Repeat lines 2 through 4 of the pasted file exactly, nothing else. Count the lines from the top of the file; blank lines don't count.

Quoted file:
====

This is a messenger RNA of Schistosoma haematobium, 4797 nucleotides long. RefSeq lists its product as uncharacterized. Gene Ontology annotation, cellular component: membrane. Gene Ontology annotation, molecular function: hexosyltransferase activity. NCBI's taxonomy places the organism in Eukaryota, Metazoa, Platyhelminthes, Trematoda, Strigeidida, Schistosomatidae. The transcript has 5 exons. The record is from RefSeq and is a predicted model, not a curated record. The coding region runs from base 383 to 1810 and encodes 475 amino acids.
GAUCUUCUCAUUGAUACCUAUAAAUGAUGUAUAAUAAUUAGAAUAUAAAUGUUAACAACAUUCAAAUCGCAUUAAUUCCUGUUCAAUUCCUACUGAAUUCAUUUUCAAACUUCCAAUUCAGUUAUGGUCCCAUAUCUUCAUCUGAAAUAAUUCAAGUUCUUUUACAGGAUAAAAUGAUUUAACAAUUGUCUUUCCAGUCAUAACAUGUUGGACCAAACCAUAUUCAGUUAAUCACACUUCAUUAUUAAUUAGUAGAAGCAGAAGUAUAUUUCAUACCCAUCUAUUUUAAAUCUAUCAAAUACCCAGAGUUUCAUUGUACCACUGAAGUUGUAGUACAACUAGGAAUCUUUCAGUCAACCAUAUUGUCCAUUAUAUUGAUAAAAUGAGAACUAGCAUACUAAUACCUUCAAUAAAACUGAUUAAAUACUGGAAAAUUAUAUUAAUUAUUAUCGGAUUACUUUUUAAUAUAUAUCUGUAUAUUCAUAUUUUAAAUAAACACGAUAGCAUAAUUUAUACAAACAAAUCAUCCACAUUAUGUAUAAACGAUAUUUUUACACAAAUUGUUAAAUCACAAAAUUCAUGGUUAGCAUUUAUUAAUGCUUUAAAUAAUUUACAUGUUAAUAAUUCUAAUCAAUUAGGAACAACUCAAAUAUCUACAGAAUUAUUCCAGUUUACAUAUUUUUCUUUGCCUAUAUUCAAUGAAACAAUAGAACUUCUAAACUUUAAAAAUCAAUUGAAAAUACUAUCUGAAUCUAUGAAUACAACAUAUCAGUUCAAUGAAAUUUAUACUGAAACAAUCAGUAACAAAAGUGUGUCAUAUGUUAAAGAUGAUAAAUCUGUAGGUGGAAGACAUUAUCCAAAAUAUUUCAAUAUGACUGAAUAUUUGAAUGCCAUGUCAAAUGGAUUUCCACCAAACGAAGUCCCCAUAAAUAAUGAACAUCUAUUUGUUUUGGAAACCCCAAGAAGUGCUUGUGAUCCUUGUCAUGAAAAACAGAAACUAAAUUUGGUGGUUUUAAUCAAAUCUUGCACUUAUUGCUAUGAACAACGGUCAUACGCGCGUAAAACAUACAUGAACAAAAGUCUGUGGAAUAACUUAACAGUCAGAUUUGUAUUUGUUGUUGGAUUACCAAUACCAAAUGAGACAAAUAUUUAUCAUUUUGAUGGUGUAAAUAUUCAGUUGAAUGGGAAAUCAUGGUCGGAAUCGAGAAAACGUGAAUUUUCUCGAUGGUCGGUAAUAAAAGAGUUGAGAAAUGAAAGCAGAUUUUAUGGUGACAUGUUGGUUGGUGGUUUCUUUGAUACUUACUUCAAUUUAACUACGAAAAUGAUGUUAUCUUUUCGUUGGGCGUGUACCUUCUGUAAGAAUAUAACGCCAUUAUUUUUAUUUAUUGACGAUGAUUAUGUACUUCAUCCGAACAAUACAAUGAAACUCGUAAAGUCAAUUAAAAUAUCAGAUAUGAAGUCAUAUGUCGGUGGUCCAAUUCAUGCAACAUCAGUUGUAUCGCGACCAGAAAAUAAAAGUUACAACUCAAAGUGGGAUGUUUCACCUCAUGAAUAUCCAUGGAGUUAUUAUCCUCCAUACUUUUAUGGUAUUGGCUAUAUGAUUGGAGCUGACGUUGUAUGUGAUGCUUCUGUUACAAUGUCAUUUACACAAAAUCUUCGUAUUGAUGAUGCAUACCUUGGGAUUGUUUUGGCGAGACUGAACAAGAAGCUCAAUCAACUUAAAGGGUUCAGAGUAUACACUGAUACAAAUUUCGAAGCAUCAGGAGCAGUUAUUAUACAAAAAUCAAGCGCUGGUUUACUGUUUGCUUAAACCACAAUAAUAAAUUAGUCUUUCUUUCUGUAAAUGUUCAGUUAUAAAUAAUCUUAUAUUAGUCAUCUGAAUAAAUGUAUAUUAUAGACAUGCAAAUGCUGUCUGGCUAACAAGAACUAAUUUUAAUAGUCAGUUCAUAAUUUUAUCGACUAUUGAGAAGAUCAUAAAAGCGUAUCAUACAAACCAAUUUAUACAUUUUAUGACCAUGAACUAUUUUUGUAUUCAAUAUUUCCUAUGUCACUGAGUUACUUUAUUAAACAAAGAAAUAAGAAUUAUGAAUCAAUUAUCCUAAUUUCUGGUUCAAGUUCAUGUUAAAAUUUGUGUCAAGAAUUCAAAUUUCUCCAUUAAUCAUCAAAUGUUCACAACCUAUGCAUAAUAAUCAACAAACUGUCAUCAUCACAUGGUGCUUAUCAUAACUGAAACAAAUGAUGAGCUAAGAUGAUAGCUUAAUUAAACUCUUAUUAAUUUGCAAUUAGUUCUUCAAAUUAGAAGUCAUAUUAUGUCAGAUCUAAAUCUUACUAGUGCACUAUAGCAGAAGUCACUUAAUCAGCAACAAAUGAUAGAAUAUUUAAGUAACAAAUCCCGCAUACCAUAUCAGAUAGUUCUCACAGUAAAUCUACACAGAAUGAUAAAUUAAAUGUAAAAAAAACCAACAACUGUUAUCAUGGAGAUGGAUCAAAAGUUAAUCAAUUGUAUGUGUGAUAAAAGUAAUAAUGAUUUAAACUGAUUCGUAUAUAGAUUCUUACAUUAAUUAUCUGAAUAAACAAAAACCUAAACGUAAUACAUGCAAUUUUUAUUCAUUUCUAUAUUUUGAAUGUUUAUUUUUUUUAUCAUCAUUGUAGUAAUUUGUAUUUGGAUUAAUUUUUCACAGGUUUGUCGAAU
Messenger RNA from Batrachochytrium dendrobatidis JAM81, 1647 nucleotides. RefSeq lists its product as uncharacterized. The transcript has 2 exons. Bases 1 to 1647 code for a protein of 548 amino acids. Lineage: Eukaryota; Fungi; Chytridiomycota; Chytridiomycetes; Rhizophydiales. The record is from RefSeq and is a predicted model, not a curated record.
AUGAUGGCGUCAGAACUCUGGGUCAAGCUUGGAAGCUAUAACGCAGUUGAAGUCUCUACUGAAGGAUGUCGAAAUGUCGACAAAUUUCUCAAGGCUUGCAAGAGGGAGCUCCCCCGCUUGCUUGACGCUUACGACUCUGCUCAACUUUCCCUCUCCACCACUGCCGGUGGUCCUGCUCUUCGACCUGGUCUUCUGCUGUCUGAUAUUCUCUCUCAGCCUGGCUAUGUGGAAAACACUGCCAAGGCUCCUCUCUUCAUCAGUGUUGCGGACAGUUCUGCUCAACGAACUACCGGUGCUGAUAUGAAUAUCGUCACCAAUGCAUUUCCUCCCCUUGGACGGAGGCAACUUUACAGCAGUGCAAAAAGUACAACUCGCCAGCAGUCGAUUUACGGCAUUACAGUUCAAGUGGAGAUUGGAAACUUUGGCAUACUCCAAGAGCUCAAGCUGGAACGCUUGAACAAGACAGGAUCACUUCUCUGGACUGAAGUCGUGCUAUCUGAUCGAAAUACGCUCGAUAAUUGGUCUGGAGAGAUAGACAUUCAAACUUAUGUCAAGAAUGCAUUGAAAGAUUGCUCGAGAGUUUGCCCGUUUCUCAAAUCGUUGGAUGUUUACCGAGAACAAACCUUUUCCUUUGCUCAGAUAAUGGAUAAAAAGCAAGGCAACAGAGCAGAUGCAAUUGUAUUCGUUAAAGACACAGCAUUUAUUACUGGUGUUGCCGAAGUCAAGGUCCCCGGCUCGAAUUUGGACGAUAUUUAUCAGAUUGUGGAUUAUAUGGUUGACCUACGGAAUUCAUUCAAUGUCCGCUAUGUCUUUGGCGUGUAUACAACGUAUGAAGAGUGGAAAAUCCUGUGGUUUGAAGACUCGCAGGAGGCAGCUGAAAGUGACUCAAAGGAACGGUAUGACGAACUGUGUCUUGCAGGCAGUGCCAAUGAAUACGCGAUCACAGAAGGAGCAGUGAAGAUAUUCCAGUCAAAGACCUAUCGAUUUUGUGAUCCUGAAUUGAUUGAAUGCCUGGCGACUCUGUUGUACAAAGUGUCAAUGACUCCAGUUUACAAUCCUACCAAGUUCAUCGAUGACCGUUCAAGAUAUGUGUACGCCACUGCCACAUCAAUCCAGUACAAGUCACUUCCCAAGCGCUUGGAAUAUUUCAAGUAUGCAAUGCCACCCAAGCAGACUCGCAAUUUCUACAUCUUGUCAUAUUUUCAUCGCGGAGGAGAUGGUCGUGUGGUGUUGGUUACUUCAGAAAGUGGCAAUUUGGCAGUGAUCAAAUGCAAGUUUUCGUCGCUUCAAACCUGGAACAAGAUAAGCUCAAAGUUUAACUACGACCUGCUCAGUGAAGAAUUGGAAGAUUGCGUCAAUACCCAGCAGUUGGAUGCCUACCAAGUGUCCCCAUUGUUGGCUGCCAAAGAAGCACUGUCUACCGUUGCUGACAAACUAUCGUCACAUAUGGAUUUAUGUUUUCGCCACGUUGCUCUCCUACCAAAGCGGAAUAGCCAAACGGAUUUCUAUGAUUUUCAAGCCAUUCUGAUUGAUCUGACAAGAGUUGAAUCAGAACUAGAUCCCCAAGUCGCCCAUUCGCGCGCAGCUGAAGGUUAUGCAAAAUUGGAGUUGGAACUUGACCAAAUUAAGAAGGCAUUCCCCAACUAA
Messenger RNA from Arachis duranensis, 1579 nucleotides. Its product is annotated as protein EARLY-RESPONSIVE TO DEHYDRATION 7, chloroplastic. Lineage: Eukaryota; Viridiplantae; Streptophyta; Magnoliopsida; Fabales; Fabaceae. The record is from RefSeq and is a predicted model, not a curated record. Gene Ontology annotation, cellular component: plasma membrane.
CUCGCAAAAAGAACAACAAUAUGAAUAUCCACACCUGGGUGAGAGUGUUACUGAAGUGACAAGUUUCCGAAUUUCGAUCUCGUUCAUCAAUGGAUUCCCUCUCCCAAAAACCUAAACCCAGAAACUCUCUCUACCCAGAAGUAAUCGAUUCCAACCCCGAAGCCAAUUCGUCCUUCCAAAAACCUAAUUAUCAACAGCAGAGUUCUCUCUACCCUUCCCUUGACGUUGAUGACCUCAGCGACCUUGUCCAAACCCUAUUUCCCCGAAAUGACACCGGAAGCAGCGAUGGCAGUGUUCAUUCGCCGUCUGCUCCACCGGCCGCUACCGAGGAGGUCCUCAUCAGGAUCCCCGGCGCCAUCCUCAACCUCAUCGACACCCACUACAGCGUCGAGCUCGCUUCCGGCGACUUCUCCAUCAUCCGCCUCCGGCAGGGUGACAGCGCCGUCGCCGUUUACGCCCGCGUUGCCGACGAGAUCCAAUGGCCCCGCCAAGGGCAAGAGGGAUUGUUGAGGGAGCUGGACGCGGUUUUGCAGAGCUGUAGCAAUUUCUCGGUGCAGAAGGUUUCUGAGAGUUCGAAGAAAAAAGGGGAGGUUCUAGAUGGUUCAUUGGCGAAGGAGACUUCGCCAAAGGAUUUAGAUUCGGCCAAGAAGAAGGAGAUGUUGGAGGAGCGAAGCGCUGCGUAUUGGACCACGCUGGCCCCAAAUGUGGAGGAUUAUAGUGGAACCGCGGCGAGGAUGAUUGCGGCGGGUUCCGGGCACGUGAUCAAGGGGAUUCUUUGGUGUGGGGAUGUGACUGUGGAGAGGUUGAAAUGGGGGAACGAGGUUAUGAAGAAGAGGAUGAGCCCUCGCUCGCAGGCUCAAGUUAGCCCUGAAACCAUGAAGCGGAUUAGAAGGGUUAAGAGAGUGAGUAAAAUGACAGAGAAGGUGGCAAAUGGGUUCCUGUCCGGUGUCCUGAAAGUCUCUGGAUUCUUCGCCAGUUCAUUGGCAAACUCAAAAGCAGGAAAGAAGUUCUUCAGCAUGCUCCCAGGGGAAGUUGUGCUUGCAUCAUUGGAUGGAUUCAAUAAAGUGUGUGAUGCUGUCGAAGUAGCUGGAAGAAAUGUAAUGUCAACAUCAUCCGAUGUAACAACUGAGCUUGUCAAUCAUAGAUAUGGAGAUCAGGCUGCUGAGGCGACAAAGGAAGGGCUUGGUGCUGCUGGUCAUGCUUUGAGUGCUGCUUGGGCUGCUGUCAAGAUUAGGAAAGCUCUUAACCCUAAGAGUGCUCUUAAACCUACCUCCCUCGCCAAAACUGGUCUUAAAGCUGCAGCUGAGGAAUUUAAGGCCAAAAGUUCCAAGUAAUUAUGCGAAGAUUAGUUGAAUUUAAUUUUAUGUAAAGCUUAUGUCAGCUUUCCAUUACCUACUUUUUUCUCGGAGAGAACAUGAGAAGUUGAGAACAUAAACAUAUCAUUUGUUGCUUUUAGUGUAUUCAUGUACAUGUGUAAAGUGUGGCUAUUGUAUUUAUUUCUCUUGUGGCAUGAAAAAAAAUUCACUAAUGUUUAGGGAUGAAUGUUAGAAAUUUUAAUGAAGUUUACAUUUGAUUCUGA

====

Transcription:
GAUCUUCUCAUUGAUACCUAUAAAUGAUGUAUAAUAAUUAGAAUAUAAAUGUUAACAACAUUCAAAUCGCAUUAAUUCCUGUUCAAUUCCUACUGAAUUCAUUUUCAAACUUCCAAUUCAGUUAUGGUCCCAUAUCUUCAUCUGAAAUAAUUCAAGUUCUUUUACAGGAUAAAAUGAUUUAACAAUUGUCUUUCCAGUCAUAACAUGUUGGACCAAACCAUAUUCAGUUAAUCACACUUCAUUAUUAAUUAGUAGAAGCAGAAGUAUAUUUCAUACCCAUCUAUUUUAAAUCUAUCAAAUACCCAGAGUUUCAUUGUACCACUGAAGUUGUAGUACAACUAGGAAUCUUUCAGUCAACCAUAUUGUCCAUUAUAUUGAUAAAAUGAGAACUAGCAUACUAAUACCUUCAAUAAAACUGAUUAAAUACUGGAAAAUUAUAUUAAUUAUUAUCGGAUUACUUUUUAAUAUAUAUCUGUAUAUUCAUAUUUUAAAUAAACACGAUAGCAUAAUUUAUACAAACAAAUCAUCCACAUUAUGUAUAAACGAUAUUUUUACACAAAUUGUUAAAUCACAAAAUUCAUGGUUAGCAUUUAUUAAUGCUUUAAAUAAUUUACAUGUUAAUAAUUCUAAUCAAUUAGGAACAACUCAAAUAUCUACAGAAUUAUUCCAGUUUACAUAUUUUUCUUUGCCUAUAUUCAAUGAAACAAUAGAACUUCUAAACUUUAAAAAUCAAUUGAAAAUACUAUCUGAAUCUAUGAAUACAACAUAUCAGUUCAAUGAAAUUUAUACUGAAACAAUCAGUAACAAAAGUGUGUCAUAUGUUAAAGAUGAUAAAUCUGUAGGUGGAAGACAUUAUCCAAAAUAUUUCAAUAUGACUGAAUAUUUGAAUGCCAUGUCAAAUGGAUUUCCACCAAACGAAGUCCCCAUAAAUAAUGAACAUCUAUUUGUUUUGGAAACCCCAAGAAGUGCUUGUGAUCCUUGUCAUGAAAAACAGAAACUAAAUUUGGUGGUUUUAAUCAAAUCUUGCACUUAUUGCUAUGAACAACGGUCAUACGCGCGUAAAACAUACAUGAACAAAAGUCUGUGGAAUAACUUAACAGUCAGAUUUGUAUUUGUUGUUGGAUUACCAAUACCAAAUGAGACAAAUAUUUAUCAUUUUGAUGGUGUAAAUAUUCAGUUGAAUGGGAAAUCAUGGUCGGAAUCGAGAAAACGUGAAUUUUCUCGAUGGUCGGUAAUAAAAGAGUUGAGAAAUGAAAGCAGAUUUUAUGGUGACAUGUUGGUUGGUGGUUUCUUUGAUACUUACUUCAAUUUAACUACGAAAAUGAUGUUAUCUUUUCGUUGGGCGUGUACCUUCUGUAAGAAUAUAACGCCAUUAUUUUUAUUUAUUGACGAUGAUUAUGUACUUCAUCCGAACAAUACAAUGAAACUCGUAAAGUCAAUUAAAAUAUCAGAUAUGAAGUCAUAUGUCGGUGGUCCAAUUCAUGCAACAUCAGUUGUAUCGCGACCAGAAAAUAAAAGUUACAACUCAAAGUGGGAUGUUUCACCUCAUGAAUAUCCAUGGAGUUAUUAUCCUCCAUACUUUUAUGGUAUUGGCUAUAUGAUUGGAGCUGACGUUGUAUGUGAUGCUUCUGUUACAAUGUCAUUUACACAAAAUCUUCGUAUUGAUGAUGCAUACCUUGGGAUUGUUUUGGCGAGACUGAACAAGAAGCUCAAUCAACUUAAAGGGUUCAGAGUAUACACUGAUACAAAUUUCGAAGCAUCAGGAGCAGUUAUUAUACAAAAAUCAAGCGCUGGUUUACUGUUUGCUUAAACCACAAUAAUAAAUUAGUCUUUCUUUCUGUAAAUGUUCAGUUAUAAAUAAUCUUAUAUUAGUCAUCUGAAUAAAUGUAUAUUAUAGACAUGCAAAUGCUGUCUGGCUAACAAGAACUAAUUUUAAUAGUCAGUUCAUAAUUUUAUCGACUAUUGAGAAGAUCAUAAAAGCGUAUCAUACAAACCAAUUUAUACAUUUUAUGACCAUGAACUAUUUUUGUAUUCAAUAUUUCCUAUGUCACUGAGUUACUUUAUUAAACAAAGAAAUAAGAAUUAUGAAUCAAUUAUCCUAAUUUCUGGUUCAAGUUCAUGUUAAAAUUUGUGUCAAGAAUUCAAAUUUCUCCAUUAAUCAUCAAAUGUUCACAACCUAUGCAUAAUAAUCAACAAACUGUCAUCAUCACAUGGUGCUUAUCAUAACUGAAACAAAUGAUGAGCUAAGAUGAUAGCUUAAUUAAACUCUUAUUAAUUUGCAAUUAGUUCUUCAAAUUAGAAGUCAUAUUAUGUCAGAUCUAAAUCUUACUAGUGCACUAUAGCAGAAGUCACUUAAUCAGCAACAAAUGAUAGAAUAUUUAAGUAACAAAUCCCGCAUACCAUAUCAGAUAGUUCUCACAGUAAAUCUACACAGAAUGAUAAAUUAAAUGUAAAAAAAACCAACAACUGUUAUCAUGGAGAUGGAUCAAAAGUUAAUCAAUUGUAUGUGUGAUAAAAGUAAUAAUGAUUUAAACUGAUUCGUAUAUAGAUUCUUACAUUAAUUAUCUGAAUAAACAAAAACCUAAACGUAAUACAUGCAAUUUUUAUUCAUUUCUAUAUUUUGAAUGUUUAUUUUUUUUAUCAUCAUUGUAGUAAUUUGUAUUUGGAUUAAUUUUUCACAGGUUUGUCGAAU
Messenger RNA from Batrachochytrium dendrobatidis JAM81, 1647 nucleotides. RefSeq lists its product as uncharacterized. The transcript has 2 exons. Bases 1 to 1647 code for a protein of 548 amino acids. Lineage: Eukaryota; Fungi; Chytridiomycota; Chytridiomycetes; Rhizophydiales. The record is from RefSeq and is a predicted model, not a curated record.
AUGAUGGCGUCAGAACUCUGGGUCAAGCUUGGAAGCUAUAACGCAGUUGAAGUCUCUACUGAAGGAUGUCGAAAUGUCGACAAAUUUCUCAAGGCUUGCAAGAGGGAGCUCCCCCGCUUGCUUGACGCUUACGACUCUGCUCAACUUUCCCUCUCCACCACUGCCGGUGGUCCUGCUCUUCGACCUGGUCUUCUGCUGUCUGAUAUUCUCUCUCAGCCUGGCUAUGUGGAAAACACUGCCAAGGCUCCUCUCUUCAUCAGUGUUGCGGACAGUUCUGCUCAACGAACUACCGGUGCUGAUAUGAAUAUCGUCACCAAUGCAUUUCCUCCCCUUGGACGGAGGCAACUUUACAGCAGUGCAAAAAGUACAACUCGCCAGCAGUCGAUUUACGGCAUUACAGUUCAAGUGGAGAUUGGAAACUUUGGCAUACUCCAAGAGCUCAAGCUGGAACGCUUGAACAAGACAGGAUCACUUCUCUGGACUGAAGUCGUGCUAUCUGAUCGAAAUACGCUCGAUAAUUGGUCUGGAGAGAUAGACAUUCAAACUUAUGUCAAGAAUGCAUUGAAAGAUUGCUCGAGAGUUUGCCCGUUUCUCAAAUCGUUGGAUGUUUACCGAGAACAAACCUUUUCCUUUGCUCAGAUAAUGGAUAAAAAGCAAGGCAACAGAGCAGAUGCAAUUGUAUUCGUUAAAGACACAGCAUUUAUUACUGGUGUUGCCGAAGUCAAGGUCCCCGGCUCGAAUUUGGACGAUAUUUAUCAGAUUGUGGAUUAUAUGGUUGACCUACGGAAUUCAUUCAAUGUCCGCUAUGUCUUUGGCGUGUAUACAACGUAUGAAGAGUGGAAAAUCCUGUGGUUUGAAGACUCGCAGGAGGCAGCUGAAAGUGACUCAAAGGAACGGUAUGACGAACUGUGUCUUGCAGGCAGUGCCAAUGAAUACGCGAUCACAGAAGGAGCAGUGAAGAUAUUCCAGUCAAAGACCUAUCGAUUUUGUGAUCCUGAAUUGAUUGAAUGCCUGGCGACUCUGUUGUACAAAGUGUCAAUGACUCCAGUUUACAAUCCUACCAAGUUCAUCGAUGACCGUUCAAGAUAUGUGUACGCCACUGCCACAUCAAUCCAGUACAAGUCACUUCCCAAGCGCUUGGAAUAUUUCAAGUAUGCAAUGCCACCCAAGCAGACUCGCAAUUUCUACAUCUUGUCAUAUUUUCAUCGCGGAGGAGAUGGUCGUGUGGUGUUGGUUACUUCAGAAAGUGGCAAUUUGGCAGUGAUCAAAUGCAAGUUUUCGUCGCUUCAAACCUGGAACAAGAUAAGCUCAAAGUUUAACUACGACCUGCUCAGUGAAGAAUUGGAAGAUUGCGUCAAUACCCAGCAGUUGGAUGCCUACCAAGUGUCCCCAUUGUUGGCUGCCAAAGAAGCACUGUCUACCGUUGCUGACAAACUAUCGUCACAUAUGGAUUUAUGUUUUCGCCACGUUGCUCUCCUACCAAAGCGGAAUAGCCAAACGGAUUUCUAUGAUUUUCAAGCCAUUCUGAUUGAUCUGACAAGAGUUGAAUCAGAACUAGAUCCCCAAGUCGCCCAUUCGCGCGCAGCUGAAGGUUAUGCAAAAUUGGAGUUGGAACUUGACCAAAUUAAGAAGGCAUUCCCCAACUAA